Throughout the pandemic, Cornelia Parker (b. 1956) has been working on a new body of work. Titled called Through a Glass Darkly, it draws on early photographic techniques – resulting in ghostly, abstracted compositions. The artist transforms domestic objects, dead flowers and glassware into shadows. We spoke to Alan Cristea, Director of Cristea Roberts Gallery, about the ethereal series.
A: Parker uses the Photogravure process, in particular. Can you expand on how this particular kind of photo-mechanical printing works, and why the artist has chosen this approach?
AC: When Parker began focusing on glass objects in her work, she thought about William Fox Talbot, the 19th century photography pioneer who made some of the world’s first photographic images. Inspired by his photograms, Parker uses the photogravure process. She places ordinary objects and flowers directly onto a chemically coated plate, exposing them to ultra-violet light, so that they act as a photographic positive. Parker is interested in the physicality of the actual plate itself. In her new body of work the ultraviolet light is cast, for varying lengths of time, at oblique angles over and through the objects. The objects blot out or refract light, so that each object becomes a literal shadow of its former self.
A: How does the artist use this form to create something much more elusive and ephemeral?
AC: Parker is interested in recording something durational, compressing time. The objects she depicts in Through A Glass Darkly are transformed from one state to another through the process of printmaking. This process allows her to chronicle a moment in transition where the prints become a physical trace. Through these actions, she both physically alters the object and becomes an active participant in the development of its story.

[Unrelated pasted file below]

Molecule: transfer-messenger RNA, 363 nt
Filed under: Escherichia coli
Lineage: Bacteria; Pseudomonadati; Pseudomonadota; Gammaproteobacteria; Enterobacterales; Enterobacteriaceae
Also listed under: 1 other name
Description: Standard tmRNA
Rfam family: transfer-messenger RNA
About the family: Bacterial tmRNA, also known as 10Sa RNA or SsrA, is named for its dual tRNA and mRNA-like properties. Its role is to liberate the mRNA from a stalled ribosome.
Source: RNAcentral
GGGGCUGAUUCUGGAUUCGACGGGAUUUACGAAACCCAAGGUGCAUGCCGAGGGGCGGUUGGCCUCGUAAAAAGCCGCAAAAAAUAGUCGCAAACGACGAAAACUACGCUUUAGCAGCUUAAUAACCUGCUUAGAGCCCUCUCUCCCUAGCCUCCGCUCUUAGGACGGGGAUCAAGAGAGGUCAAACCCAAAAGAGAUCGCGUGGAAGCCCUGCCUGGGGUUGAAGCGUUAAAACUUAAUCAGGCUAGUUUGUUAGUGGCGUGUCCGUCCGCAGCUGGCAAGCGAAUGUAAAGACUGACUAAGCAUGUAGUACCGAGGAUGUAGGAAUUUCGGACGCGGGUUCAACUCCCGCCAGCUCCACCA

A: The images include small domestic objects, such as salt cellars, sugar bowls and medicine bottles. Why did Parker choose these kinds of objects? Is it linked to maintaining productivity during lockdown, or a different approach entirely?
AC: Parker has always used found objects in her work, taking the recognisable, very familiar everyday object and pushing it to a point of abstraction. The found object was the starting point for the printing process. This includes objects that have been lying around her studio. The glassware includes salt cellars, sugar bowls, medicine bottles, carafes and wine glasses. These objects have come from antique markets such as those on Brick Lane or Columbia Road in London. The flowers, which include thistles, gerbera and forget-me-nots, were taken from her garden or hedgerows on the roadside. Parker is interested in how the printing process removes the colour from the flowers turning them black. For these works she was also thinking about still life painters such as Morandi or the flowers in Dutch 17th century still lifes.
A: The images use glass objects to cast shadows and create oblique angles across the composition. How do you feel these works carry through with Parker’s wider enquiry into the fragility of objects, pushing the familiar into abstraction, and playing with ephemerality?
AC: The way the image is captured on the plate produces a reflection in focus at the point of contact. This slow, contemplative method of printing creates an effect on some of the monochrome prints that is almost painterly, as items blur in and out of focus. The objects struggle to shed their shadows; she presents us with a world of domestic objects and flora in the first stages of emergence from a ghostly past.
A: What do these images achieve that installations can’t?
AC: Parker’s prints should be seen, very much, in relation to her previous work. The themes she explores in Through a Glass Darkly are a nod to previous works such as Cold Dark Matter: An Exploded View, 1991, which consists of the restored contents of a garden shed exploded by the British Army at Parker’s request. The surviving pieces of the shed were suspended from a gallery ceiling as if held mid-explosion. Parker lit the piece with a single lightbulb at the centre of work, so that the fragments cast dramatic shadows on the gallery’s walls. Ideas such as positive versus negative, and the compression of three-dimensional objects are explored in both her installations and her printmaking. Her art – be it sculpture, installations, film or printmaking – is about destruction, resurrection and reconfiguration.
Watch a video interview and exhibition tour here.
1. Light from the North, 2020
2. Nightfall, 2020
3. Looking Glass, 2020